Consumers' purchasing choices are now more influenced by the reduced plastic content of a product's packaging. Thirty-five percent of consumers are more likely to purchase products without any plastic at all compared to ones with recycled plastic, according to UK-based data and analysis company GlobalData on August 23, 2019.
"This provides a specific insight for manufacturers as consumers would pursue plastic-free packaging rather than recyclable," said George Henry, consumer analyst at GlobalData.
"Many brands and supermarket chains have either chosen to introduce packaging with reduced or recycled plastic such as Solero ice cream's first wrapper-less multipack or eradicate plastic packaging as with Morrison's roll-out of "buy bagless" fruit and vegetable aisles, and Waitrose's recent "unpacked" refill trial."
Consumers' willingness to change their shopping habits, along with potential margin benefits, should encourage other retailers to launch their refill sections. GlobalData's August 2019 survey highlighted that 71.3 percent of UK consumers across all demographics would be willing to use a similar refill service (whether at Waitrose or another grocer).
Henry added: "Therefore, the (UK) government's announcement to invest GBP 60 million to help cut single-use plastics by creating new forms of biodegradable packaging will have its limitations, as consumers are influenced more by products without any plastic than by biodegradable alternatives."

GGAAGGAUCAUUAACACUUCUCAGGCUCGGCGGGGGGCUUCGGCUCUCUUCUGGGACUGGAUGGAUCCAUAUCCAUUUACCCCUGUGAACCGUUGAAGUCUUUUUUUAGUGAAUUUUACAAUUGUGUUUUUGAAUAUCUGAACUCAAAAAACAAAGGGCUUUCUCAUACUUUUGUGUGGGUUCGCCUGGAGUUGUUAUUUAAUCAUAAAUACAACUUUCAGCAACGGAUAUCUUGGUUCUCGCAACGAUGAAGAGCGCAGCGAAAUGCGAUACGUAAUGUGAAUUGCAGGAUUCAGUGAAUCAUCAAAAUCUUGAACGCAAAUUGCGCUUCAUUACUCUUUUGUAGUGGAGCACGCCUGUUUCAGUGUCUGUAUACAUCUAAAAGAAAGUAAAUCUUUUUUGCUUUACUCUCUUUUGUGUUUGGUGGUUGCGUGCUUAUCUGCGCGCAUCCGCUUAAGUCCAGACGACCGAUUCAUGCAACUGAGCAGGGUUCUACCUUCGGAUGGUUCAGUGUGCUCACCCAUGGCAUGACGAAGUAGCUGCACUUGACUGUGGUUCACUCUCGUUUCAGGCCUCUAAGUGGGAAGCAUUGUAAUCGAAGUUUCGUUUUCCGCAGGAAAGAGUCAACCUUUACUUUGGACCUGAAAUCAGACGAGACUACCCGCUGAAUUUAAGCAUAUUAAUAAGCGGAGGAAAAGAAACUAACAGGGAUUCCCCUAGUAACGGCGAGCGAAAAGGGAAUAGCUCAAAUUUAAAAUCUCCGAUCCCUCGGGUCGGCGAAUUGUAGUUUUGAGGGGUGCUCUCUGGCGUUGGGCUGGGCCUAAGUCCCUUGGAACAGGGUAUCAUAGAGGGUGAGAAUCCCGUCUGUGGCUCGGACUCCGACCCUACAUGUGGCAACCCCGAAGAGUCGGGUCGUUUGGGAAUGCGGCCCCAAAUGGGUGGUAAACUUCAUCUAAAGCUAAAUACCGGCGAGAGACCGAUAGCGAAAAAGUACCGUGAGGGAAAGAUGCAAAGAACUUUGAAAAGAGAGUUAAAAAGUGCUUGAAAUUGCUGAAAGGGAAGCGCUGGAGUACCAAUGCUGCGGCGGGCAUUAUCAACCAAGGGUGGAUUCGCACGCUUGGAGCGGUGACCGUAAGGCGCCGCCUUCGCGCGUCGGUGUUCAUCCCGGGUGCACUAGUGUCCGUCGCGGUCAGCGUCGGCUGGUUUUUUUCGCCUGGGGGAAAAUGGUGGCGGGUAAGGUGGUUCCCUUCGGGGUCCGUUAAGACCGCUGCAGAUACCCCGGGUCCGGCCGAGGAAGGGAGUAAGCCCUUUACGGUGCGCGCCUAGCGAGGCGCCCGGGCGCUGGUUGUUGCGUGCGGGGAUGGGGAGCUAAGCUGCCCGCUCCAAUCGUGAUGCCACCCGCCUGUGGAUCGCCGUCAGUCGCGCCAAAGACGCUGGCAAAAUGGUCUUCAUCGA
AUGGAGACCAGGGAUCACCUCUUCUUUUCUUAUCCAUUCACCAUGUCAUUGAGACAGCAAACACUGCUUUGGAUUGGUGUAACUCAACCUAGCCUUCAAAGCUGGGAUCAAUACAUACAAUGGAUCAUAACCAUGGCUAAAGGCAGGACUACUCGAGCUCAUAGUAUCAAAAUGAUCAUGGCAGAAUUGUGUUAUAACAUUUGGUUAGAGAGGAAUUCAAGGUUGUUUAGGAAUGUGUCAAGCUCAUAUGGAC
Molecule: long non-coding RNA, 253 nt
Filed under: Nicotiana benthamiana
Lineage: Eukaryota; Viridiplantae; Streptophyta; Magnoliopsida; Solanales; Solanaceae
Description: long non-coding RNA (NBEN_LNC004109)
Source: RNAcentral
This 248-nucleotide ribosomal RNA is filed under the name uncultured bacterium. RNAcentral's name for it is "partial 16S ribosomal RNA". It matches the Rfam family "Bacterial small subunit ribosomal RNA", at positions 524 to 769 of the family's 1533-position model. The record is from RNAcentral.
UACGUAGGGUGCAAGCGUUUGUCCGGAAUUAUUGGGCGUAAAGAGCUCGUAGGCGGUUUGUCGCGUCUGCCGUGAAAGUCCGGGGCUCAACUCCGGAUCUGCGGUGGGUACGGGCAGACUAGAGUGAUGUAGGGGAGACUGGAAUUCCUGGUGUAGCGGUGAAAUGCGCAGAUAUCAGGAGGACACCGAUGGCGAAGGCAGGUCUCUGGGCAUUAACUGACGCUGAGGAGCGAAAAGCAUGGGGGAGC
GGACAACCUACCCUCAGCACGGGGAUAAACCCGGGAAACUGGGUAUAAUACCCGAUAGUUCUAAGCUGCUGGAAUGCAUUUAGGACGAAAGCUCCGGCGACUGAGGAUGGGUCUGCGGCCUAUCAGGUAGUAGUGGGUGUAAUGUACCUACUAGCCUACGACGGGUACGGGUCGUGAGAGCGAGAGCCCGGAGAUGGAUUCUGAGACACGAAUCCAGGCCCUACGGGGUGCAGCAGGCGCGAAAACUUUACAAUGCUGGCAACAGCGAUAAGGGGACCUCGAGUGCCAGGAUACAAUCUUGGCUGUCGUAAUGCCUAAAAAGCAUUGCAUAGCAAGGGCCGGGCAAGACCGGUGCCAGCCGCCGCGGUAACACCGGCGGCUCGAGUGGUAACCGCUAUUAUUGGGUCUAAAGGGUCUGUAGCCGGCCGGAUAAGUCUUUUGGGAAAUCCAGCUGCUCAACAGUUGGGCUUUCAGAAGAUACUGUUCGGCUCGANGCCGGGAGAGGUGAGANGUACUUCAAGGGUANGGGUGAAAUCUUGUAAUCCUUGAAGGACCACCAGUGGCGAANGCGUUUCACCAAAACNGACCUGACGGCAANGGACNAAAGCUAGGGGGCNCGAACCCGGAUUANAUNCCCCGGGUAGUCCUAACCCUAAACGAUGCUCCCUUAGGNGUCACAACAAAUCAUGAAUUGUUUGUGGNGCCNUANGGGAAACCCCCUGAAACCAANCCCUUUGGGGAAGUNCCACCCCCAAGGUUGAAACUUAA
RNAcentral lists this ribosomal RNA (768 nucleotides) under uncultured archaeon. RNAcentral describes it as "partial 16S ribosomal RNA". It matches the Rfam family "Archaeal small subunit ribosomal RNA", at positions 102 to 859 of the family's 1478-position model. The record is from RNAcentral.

"Plastic waste is a major problem around the world. The EU has recently taken action on waste prevention, and by introducing new measures to address plastic waste and pollution, through the European Commission's 2018 European strategy for plastics in a circular economy and the recently adopted Single-Use Plastics Directive," according to a European Environment Agency (EEA) assessment in June 3, 2019. This follows a Franco-Dutch push for more sustainable plastic packaging and recycling in April, when both governments penned national pacts that go beyond what EU rules on plastic waste stipulate, kicking off a process they hope will culminate in a European Plastics Summit in 2020. "Under the Dutch plan, the signing parties commit to making sure at least 70 percent of single-use plastic packaging is recycled, and a 20 percent reduction in plastic consumption by 2025. The French pact aims to make all packaging reusable, recyclable or compostable by the same year," EURACTIV said.